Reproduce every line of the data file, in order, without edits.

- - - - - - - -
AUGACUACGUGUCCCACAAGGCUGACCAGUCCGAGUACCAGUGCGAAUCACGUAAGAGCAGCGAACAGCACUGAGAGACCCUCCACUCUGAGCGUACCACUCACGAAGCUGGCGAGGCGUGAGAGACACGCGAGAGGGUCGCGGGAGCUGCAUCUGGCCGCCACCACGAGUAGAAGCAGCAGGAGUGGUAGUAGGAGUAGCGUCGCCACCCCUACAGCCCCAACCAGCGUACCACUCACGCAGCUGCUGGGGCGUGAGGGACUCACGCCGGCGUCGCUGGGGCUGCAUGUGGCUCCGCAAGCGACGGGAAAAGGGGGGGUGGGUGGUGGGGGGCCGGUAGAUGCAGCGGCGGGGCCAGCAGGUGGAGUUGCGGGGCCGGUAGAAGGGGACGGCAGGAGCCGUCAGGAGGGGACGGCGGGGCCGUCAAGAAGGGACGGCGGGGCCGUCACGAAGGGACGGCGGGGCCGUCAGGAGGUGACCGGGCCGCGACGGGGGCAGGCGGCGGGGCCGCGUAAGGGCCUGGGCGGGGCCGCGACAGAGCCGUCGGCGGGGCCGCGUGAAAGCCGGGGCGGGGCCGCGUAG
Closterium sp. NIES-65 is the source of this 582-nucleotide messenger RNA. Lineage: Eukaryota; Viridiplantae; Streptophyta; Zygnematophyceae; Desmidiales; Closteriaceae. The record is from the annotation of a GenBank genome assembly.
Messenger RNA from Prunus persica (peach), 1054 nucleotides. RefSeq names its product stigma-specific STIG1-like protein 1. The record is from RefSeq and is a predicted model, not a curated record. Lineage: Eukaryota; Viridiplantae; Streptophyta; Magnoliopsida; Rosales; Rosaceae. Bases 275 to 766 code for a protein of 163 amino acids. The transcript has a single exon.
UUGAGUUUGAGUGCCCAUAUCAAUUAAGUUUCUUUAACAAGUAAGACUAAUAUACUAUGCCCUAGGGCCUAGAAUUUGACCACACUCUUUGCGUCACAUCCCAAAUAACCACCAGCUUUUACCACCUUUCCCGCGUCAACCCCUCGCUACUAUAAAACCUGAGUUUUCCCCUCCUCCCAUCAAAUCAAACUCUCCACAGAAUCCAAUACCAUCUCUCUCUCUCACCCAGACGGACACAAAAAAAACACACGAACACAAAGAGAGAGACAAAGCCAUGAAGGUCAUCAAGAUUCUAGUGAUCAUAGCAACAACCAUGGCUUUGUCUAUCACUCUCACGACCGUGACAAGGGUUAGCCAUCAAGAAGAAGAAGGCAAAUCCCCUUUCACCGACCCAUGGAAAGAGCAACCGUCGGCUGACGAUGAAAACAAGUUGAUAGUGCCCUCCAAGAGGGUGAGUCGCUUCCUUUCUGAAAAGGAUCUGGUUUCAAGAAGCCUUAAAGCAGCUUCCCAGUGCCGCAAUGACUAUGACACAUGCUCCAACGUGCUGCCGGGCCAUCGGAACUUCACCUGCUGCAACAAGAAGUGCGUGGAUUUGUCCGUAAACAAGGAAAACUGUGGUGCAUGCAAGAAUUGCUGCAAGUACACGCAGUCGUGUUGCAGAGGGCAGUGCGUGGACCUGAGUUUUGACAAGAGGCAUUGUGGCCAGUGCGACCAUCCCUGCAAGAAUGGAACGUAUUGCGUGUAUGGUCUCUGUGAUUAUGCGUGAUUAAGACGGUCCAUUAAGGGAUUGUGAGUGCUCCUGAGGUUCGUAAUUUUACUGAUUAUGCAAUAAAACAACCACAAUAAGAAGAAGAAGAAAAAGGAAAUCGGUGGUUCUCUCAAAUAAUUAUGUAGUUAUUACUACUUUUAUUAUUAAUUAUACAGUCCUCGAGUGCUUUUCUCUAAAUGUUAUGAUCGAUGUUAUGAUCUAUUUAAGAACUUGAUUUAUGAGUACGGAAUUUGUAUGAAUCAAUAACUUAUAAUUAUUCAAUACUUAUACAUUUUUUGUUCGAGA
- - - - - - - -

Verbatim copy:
AUGACUACGUGUCCCACAAGGCUGACCAGUCCGAGUACCAGUGCGAAUCACGUAAGAGCAGCGAACAGCACUGAGAGACCCUCCACUCUGAGCGUACCACUCACGAAGCUGGCGAGGCGUGAGAGACACGCGAGAGGGUCGCGGGAGCUGCAUCUGGCCGCCACCACGAGUAGAAGCAGCAGGAGUGGUAGUAGGAGUAGCGUCGCCACCCCUACAGCCCCAACCAGCGUACCACUCACGCAGCUGCUGGGGCGUGAGGGACUCACGCCGGCGUCGCUGGGGCUGCAUGUGGCUCCGCAAGCGACGGGAAAAGGGGGGGUGGGUGGUGGGGGGCCGGUAGAUGCAGCGGCGGGGCCAGCAGGUGGAGUUGCGGGGCCGGUAGAAGGGGACGGCAGGAGCCGUCAGGAGGGGACGGCGGGGCCGUCAAGAAGGGACGGCGGGGCCGUCACGAAGGGACGGCGGGGCCGUCAGGAGGUGACCGGGCCGCGACGGGGGCAGGCGGCGGGGCCGCGUAAGGGCCUGGGCGGGGCCGCGACAGAGCCGUCGGCGGGGCCGCGUGAAAGCCGGGGCGGGGCCGCGUAG
Closterium sp. NIES-65 is the source of this 582-nucleotide messenger RNA. Lineage: Eukaryota; Viridiplantae; Streptophyta; Zygnematophyceae; Desmidiales; Closteriaceae. The record is from the annotation of a GenBank genome assembly.
Messenger RNA from Prunus persica (peach), 1054 nucleotides. RefSeq names its product stigma-specific STIG1-like protein 1. The record is from RefSeq and is a predicted model, not a curated record. Lineage: Eukaryota; Viridiplantae; Streptophyta; Magnoliopsida; Rosales; Rosaceae. Bases 275 to 766 code for a protein of 163 amino acids. The transcript has a single exon.
UUGAGUUUGAGUGCCCAUAUCAAUUAAGUUUCUUUAACAAGUAAGACUAAUAUACUAUGCCCUAGGGCCUAGAAUUUGACCACACUCUUUGCGUCACAUCCCAAAUAACCACCAGCUUUUACCACCUUUCCCGCGUCAACCCCUCGCUACUAUAAAACCUGAGUUUUCCCCUCCUCCCAUCAAAUCAAACUCUCCACAGAAUCCAAUACCAUCUCUCUCUCUCACCCAGACGGACACAAAAAAAACACACGAACACAAAGAGAGAGACAAAGCCAUGAAGGUCAUCAAGAUUCUAGUGAUCAUAGCAACAACCAUGGCUUUGUCUAUCACUCUCACGACCGUGACAAGGGUUAGCCAUCAAGAAGAAGAAGGCAAAUCCCCUUUCACCGACCCAUGGAAAGAGCAACCGUCGGCUGACGAUGAAAACAAGUUGAUAGUGCCCUCCAAGAGGGUGAGUCGCUUCCUUUCUGAAAAGGAUCUGGUUUCAAGAAGCCUUAAAGCAGCUUCCCAGUGCCGCAAUGACUAUGACACAUGCUCCAACGUGCUGCCGGGCCAUCGGAACUUCACCUGCUGCAACAAGAAGUGCGUGGAUUUGUCCGUAAACAAGGAAAACUGUGGUGCAUGCAAGAAUUGCUGCAAGUACACGCAGUCGUGUUGCAGAGGGCAGUGCGUGGACCUGAGUUUUGACAAGAGGCAUUGUGGCCAGUGCGACCAUCCCUGCAAGAAUGGAACGUAUUGCGUGUAUGGUCUCUGUGAUUAUGCGUGAUUAAGACGGUCCAUUAAGGGAUUGUGAGUGCUCCUGAGGUUCGUAAUUUUACUGAUUAUGCAAUAAAACAACCACAAUAAGAAGAAGAAGAAAAAGGAAAUCGGUGGUUCUCUCAAAUAAUUAUGUAGUUAUUACUACUUUUAUUAUUAAUUAUACAGUCCUCGAGUGCUUUUCUCUAAAUGUUAUGAUCGAUGUUAUGAUCUAUUUAAGAACUUGAUUUAUGAGUACGGAAUUUGUAUGAAUCAAUAACUUAUAAUUAUUCAAUACUUAUACAUUUUUUGUUCGAGA